Jade: Lola’s second roommate. This is a challenging part because she doesn’t talk much but is a huge presence, so you need someone who can act the crap out of a substantial, but non-speaking role. Actually Ellen Page would be great for this too, but I was also thinking Zoe Kravitz.
Dr. Koch: The charming-but-shifty guy who runs Sunrise Rehab. He doesn’t fit the physical description, but if I could I’d cast Charlie Sheen.
Let’s get this out in the open. Some of the adults who’ve read LOLA CARLYLE’S 12 STEP ROMANCE do not approve of Lola. Because, well, she fakes her way into rehab because of a boy. Sure, she has good intentions—wants to rescue him, help set him back on the right path—but she also hopes he’ll fall in love with her. Yeah.
It’s a CRAZY thing to do. Irresponsible. Disrespectful to the “real” addicts. Completely the actions of a crackpot. And Lola herself starts out spoiled and bratty and a total potty-mouthed smart-ass.
So I get it. And it’s fine—some people are just not going to like or approve of her.
Those readers maybe don’t remember being younger and doing crazy things. Or maybe they don’t want to think about the crazy things they did. Or maybe they didn’t do many crazy things. Maybe they never even considered doing anything crazy.
Maybe they didn’t hand-deliver a perfume-doused love letter to the house of a boy in third grade. Maybe they didn’t play Truth, Dare, Double-Dare in a darkened math lab during recess. Maybe they didn’t show up all dressed-up, everywhere they thought a certain boy would be and then feel too shy to talk to him, and ending up feeling like a freakshow stalker type. They probably didn’t take the screen off their window and sneak out of their house at night and run wild with a pack of kids who’d done the same, diving into bushes every time they heard a car coming. Perhaps they were never in love with somebody they couldn’t have, never kissed someone “inappropriate”, their parents never ruined any of their romantic opportunities, they never signed on to a summer program just so they could be near a boy who’d already dumped them, but they couldn’t get over. Maybe they didn’t dance on any tables and never fooled themselves, lied to themselves, did crazy, stupid things for “fun”, or out of loneliness and desperation.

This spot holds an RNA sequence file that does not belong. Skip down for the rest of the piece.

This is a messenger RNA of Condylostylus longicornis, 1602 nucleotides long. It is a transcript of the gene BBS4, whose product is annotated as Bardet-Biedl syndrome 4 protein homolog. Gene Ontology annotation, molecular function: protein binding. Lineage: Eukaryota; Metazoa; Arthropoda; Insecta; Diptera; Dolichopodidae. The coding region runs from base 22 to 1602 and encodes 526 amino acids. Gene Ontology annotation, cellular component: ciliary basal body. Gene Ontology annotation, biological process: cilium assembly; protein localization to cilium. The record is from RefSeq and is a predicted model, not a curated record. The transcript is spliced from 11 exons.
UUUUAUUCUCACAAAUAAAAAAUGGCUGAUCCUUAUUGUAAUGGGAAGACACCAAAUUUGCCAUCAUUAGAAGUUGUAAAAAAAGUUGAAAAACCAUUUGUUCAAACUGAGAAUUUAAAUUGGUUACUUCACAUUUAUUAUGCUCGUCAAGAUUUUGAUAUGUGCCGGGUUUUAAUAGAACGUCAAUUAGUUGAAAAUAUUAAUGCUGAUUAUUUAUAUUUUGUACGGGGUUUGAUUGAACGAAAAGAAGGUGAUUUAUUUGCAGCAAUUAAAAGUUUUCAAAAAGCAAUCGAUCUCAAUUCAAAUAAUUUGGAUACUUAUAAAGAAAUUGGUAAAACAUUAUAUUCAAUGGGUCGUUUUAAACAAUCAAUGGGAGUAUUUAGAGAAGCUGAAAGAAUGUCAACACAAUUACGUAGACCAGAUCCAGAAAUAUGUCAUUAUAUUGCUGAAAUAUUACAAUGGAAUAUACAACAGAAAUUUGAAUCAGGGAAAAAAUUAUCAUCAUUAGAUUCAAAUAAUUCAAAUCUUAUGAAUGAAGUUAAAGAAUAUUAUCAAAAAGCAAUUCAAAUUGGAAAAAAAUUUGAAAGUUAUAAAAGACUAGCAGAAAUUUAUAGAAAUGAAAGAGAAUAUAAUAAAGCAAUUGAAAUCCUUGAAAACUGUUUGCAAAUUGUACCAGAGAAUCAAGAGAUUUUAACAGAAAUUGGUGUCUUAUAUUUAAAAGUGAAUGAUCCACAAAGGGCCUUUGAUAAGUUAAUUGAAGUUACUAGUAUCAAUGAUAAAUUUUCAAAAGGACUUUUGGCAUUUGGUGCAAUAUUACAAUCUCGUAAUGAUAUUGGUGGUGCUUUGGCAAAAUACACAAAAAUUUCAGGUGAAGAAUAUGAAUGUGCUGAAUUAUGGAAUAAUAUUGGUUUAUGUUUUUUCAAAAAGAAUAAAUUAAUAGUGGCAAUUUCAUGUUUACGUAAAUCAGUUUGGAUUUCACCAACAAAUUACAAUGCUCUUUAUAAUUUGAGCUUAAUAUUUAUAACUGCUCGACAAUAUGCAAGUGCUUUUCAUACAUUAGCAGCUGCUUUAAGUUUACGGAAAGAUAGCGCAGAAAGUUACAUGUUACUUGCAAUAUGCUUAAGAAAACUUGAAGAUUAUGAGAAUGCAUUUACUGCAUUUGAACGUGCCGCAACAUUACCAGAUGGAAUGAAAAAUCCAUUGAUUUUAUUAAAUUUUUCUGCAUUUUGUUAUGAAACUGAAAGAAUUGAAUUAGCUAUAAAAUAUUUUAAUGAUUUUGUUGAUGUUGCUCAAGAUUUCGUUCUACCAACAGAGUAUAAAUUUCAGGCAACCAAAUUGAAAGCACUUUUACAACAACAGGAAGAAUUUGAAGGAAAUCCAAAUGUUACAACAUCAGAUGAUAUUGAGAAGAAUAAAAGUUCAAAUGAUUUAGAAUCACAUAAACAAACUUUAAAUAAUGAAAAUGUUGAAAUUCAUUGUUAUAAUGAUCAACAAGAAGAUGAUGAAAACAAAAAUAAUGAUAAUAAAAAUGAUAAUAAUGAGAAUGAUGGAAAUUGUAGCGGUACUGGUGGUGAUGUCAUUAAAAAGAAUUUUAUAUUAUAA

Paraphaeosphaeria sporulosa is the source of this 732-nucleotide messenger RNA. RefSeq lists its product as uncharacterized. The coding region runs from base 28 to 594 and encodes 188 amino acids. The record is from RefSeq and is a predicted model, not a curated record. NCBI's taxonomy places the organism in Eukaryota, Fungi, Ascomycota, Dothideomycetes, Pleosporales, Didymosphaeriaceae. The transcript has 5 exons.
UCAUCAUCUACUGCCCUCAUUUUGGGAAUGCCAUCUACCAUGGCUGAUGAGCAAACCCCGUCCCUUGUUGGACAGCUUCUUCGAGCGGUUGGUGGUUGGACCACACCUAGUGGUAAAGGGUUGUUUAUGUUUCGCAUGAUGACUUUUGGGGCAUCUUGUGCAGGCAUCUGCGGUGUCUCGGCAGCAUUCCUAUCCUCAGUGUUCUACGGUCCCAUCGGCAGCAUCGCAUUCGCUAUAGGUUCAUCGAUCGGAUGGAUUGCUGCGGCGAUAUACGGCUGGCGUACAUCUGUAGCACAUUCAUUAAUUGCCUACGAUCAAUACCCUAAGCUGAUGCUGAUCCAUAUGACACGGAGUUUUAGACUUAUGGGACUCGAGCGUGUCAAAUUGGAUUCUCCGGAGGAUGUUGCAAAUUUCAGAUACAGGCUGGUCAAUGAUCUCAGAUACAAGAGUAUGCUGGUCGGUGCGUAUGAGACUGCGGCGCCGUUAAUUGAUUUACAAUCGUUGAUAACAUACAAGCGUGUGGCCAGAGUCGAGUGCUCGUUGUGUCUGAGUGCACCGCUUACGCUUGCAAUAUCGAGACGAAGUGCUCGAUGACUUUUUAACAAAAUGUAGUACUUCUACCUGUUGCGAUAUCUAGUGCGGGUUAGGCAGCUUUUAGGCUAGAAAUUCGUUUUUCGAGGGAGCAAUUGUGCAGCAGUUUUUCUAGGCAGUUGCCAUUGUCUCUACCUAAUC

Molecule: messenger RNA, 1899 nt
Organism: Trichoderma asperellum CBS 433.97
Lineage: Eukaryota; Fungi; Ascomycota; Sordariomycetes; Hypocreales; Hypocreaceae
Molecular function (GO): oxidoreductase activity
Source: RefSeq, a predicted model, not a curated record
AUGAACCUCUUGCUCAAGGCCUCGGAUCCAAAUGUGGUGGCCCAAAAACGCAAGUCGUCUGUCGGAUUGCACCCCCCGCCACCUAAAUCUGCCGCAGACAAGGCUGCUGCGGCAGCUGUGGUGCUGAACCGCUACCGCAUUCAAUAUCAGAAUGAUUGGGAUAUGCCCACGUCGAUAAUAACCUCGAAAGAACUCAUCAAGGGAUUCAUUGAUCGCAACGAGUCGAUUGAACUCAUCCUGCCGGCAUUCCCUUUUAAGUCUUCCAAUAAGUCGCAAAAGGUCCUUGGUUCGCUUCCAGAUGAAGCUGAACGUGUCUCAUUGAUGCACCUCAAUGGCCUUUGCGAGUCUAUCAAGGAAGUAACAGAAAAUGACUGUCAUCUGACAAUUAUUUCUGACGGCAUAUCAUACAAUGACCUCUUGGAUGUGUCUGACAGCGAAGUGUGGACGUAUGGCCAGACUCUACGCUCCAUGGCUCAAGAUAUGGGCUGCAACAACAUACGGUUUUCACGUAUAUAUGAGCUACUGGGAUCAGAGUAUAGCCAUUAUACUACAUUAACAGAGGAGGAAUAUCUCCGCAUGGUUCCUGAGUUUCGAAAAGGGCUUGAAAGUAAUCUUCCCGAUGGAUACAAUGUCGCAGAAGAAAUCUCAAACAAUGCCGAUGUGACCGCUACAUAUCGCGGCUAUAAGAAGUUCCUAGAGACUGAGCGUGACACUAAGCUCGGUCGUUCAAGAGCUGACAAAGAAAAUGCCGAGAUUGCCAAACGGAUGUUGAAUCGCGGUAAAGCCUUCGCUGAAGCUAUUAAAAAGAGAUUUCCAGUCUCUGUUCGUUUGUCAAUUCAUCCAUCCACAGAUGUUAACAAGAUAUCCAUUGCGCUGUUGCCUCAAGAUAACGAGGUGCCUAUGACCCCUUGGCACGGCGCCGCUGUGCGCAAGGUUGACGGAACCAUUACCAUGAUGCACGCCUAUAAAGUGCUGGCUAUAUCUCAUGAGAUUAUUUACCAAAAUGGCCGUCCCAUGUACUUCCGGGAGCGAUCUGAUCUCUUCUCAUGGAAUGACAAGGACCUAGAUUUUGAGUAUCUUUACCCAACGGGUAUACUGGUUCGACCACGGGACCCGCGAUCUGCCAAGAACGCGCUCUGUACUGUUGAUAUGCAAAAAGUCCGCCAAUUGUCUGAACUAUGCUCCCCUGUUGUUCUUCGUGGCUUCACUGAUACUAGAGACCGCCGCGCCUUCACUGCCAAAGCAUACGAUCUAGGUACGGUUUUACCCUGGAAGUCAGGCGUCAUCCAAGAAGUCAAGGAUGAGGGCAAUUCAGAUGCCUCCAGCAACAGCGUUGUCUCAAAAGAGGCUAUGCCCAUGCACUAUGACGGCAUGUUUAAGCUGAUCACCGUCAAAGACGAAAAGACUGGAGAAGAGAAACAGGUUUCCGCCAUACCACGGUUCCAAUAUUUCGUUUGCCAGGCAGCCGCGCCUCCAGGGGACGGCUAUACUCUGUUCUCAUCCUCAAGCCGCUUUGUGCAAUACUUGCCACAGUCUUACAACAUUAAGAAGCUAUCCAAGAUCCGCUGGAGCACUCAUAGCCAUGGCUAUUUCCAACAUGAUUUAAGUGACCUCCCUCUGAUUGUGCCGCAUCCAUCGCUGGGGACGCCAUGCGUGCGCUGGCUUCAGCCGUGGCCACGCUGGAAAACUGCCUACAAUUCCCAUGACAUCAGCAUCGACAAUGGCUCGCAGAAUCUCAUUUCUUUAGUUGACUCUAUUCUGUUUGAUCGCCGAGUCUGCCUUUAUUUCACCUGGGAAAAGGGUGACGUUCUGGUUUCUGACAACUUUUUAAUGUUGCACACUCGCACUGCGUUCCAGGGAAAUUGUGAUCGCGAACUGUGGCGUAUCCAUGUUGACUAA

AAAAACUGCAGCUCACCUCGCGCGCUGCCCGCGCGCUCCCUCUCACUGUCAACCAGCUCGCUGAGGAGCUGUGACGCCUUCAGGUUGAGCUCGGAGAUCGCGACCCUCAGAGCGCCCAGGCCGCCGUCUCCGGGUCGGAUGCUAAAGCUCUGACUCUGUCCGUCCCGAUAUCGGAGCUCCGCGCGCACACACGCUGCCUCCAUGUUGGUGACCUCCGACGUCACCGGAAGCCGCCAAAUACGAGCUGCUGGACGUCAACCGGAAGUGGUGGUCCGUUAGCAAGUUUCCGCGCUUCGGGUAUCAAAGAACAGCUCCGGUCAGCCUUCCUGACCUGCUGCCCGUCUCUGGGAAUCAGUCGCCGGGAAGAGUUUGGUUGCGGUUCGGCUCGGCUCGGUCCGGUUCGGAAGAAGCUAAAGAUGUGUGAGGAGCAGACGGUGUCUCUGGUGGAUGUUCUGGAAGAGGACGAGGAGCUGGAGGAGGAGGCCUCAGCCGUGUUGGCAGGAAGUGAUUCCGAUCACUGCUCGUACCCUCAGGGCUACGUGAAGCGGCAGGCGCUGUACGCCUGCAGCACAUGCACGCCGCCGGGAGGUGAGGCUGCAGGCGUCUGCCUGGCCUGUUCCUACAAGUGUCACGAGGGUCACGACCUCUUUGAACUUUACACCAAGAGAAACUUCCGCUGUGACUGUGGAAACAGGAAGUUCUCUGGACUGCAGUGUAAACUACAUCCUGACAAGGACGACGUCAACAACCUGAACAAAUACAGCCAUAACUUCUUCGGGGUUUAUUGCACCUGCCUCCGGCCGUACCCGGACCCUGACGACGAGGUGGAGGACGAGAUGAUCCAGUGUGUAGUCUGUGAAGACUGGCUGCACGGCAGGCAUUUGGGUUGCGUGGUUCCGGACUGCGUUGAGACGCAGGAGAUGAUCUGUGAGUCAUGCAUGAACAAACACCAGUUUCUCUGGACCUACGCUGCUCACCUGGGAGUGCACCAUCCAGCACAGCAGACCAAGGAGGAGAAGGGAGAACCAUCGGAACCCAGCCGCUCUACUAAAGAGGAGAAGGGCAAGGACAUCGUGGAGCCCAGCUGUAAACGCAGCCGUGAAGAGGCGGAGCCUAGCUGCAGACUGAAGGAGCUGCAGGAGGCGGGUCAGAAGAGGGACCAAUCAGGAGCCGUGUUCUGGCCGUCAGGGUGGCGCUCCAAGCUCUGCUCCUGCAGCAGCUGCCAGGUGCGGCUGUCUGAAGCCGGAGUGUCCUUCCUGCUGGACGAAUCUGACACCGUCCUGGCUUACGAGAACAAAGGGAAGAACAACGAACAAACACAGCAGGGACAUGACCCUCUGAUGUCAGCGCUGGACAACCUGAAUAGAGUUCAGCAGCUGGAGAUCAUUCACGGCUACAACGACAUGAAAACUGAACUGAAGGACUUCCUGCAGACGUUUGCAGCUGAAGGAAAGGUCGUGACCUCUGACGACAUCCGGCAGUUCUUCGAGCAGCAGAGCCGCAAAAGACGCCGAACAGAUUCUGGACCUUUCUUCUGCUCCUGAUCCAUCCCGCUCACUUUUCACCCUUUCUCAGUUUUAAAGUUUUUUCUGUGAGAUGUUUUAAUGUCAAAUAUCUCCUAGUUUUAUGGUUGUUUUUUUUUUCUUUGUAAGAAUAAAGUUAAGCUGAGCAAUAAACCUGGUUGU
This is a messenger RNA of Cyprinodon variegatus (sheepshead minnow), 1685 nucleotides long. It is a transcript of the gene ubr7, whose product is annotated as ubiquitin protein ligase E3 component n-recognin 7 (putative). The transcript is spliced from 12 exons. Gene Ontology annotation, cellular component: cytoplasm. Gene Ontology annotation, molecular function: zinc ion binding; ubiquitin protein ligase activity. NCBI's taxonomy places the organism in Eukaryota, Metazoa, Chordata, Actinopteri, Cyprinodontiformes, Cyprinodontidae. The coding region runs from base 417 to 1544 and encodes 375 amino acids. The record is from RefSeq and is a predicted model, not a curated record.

I did, though. I was an unstoppable, wild, foolish mess. And I remember. And although I have a few regrets, a few memories that make me cringe and blush even now, I’m glad I did/tried to do most of those things. I was a disaster most of the time, yes. But I was intensely alive, and growing, and taking action and sorting things out in my own way. Usually the wrong way, sure. But I wasn’t sitting on my butt waiting for anybody to fix things for me.
And neither is Lola. Yes, faking her way into rehab is an officially Bad Idea. A ridiculous idea. I don’t approve, either.
But I survived a lot of bad ideas and a ton of self-inflicted ridiculousness, and I’m still here—a mostly well-adjusted and functioning adult, with a very full, happy life, and a sense of humor forged in the fires of wild/stupid/foolish/crazy. And I suspect there are a few readers out there who are, or were, just like me. Lola is for them.
Thanks for hosting me today, and happy reading!